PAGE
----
Yes, both. Ph.Ds in the experimental sciences spend a good portion of the first 2 years doing classwork. The breadth of that classwork depends on the area you are getting the Ph.D. in. At NYMC where the degree is in "biomedical science", the classwork is VERY broad, including biochemistry, cell biology, molecular biology, physiology, pharmacology, immunology, and neuroscience.

 

Once you join your mentor's lab, then the focus narrows quite a bit -- to the mentor's area and then to your own research. At that point you aren't reading gigantic textbooks but literally hundreds of 4-6 page primary papers in the literature.

Share this post


Link to post
Share on other sites
Having the paper means that your knowledge and experience met the qualifications of (usually) high standards of an institution. Yeah, you can study by yourself, but then there's no standard for your education.

 

Absolutely, hence my brain surgeon example, I would much rather have someone with the official papers working on me.

 

However, the notion that a PhD makes you smarter or the leading expert in a field is false and exaggerated.

 

If anything a PhD measures your drive/perseverance.

 

And depending upon your field a PhD can harm you. Specifically, for engineers if you have a PhD you are limiting your job possibilities, whereas other fields it is almost a necessity to have a PhD.

Share this post


Link to post
Share on other sites
Ph.Ds in the experimental sciences spend a good portion of the first 2 years doing classwork.

 

Interesting, not so true by a long way in the UK... At most institutions, some will force a year on a masters program which will be more classworky, but many do not.

Share this post


Link to post
Share on other sites

Something I'll add that I haven't read here yet...

If you are going to teach yourself a subject, it would have to be in your spare time (i.e., after work and on weekends).

 

That's one advantage a Ph.D. has - while they're getting the degree, that is their fulltime job.

 

So I guess the learning process is a bit more efficient for the Ph.D. student.

 

Cheers

Share this post


Link to post
Share on other sites
why would a PhD limit an engineers job possibilities?

 

Not many corporations are willing to hire PhDs when they can hire a B.S. or M.S. with just as much smarts and know how and at a much lower cost.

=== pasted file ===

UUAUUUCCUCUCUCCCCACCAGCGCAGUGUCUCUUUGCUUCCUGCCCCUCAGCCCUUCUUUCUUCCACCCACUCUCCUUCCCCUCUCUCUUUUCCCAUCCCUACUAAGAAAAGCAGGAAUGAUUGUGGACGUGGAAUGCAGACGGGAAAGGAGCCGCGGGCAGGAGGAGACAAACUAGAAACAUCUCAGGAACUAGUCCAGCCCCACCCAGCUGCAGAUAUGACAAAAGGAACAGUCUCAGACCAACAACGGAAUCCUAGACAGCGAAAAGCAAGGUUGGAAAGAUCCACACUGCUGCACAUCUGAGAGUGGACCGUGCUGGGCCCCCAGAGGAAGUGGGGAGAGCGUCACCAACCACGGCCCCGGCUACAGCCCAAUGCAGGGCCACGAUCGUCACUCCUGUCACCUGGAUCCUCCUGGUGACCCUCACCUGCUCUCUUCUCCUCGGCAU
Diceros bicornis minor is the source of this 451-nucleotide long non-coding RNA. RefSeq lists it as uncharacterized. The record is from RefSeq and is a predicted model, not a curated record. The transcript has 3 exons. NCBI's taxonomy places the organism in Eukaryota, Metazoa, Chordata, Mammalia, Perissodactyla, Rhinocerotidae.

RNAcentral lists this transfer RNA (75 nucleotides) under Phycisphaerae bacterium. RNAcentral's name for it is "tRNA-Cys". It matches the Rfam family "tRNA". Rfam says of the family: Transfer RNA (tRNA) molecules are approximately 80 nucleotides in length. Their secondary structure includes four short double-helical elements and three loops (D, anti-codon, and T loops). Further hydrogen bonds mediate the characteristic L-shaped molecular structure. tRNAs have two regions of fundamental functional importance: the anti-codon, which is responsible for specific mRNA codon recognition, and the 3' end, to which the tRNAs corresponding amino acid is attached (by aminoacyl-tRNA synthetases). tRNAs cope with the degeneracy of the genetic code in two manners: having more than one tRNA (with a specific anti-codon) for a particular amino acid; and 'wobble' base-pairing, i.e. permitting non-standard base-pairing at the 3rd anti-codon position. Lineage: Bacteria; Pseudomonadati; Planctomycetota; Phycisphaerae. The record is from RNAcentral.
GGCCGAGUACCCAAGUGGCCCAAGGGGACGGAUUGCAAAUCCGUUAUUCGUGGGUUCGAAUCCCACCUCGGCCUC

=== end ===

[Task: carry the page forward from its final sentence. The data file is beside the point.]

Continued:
A PhD is an EXTREME specialization....meaning you pick your topic and spend years researching just ONE specific topic.....that doesn't benefit corporations much unless you just happend to research the exact topic that that company is developing a new product in.

 

As an engineer a M.S. leaves the most job oppurtunity.

 

 

Other fields however are the exact opposite. I can't think of too many jobs that look for people with a B.S. in philosophy.

Share this post


Link to post
Share on other sites
Interesting, not so true by a long way in the UK... At most institutions, some will force a year on a masters program which will be more classworky, but many do not.

 

I take it that, in the UK, you are required to get a master's before you go for a Ph.D.?

 

Yes, Europe generally has more of an "apprenticeship" approach to getting a doctorate. You pick a mentor, and then you are very dependent on that mentor. Basically, the mentor is God. US graduate schools take a different approach. The mentor is still important, but the graduate school wants some documentation that you have studied much of the discipline: whether that is biochemistry (my Ph.D.), microbiology, cell biology, etc.

 

However, the notion that a PhD makes you smarter or the leading expert in a field is false and exaggerated.

 

:) On my first postdoctoral fellowship one of the other labs down the hall had this saying posted on their tissue culture hood for all to read:

 

"Wizard of Oz to the Scarecrow: 'I can't give you a brain but I can give you a degree."

 

Something I've always kept in mind.

Share this post


Link to post
Share on other sites
;347329']Something I'll add that I haven't read here yet...

If you are going to teach yourself a subject' date=' it would have to be in your spare time (i.e., after work and on weekends).

 

That's one advantage a Ph.D. has - while they're getting the degree, that [i']is[/i] their fulltime job.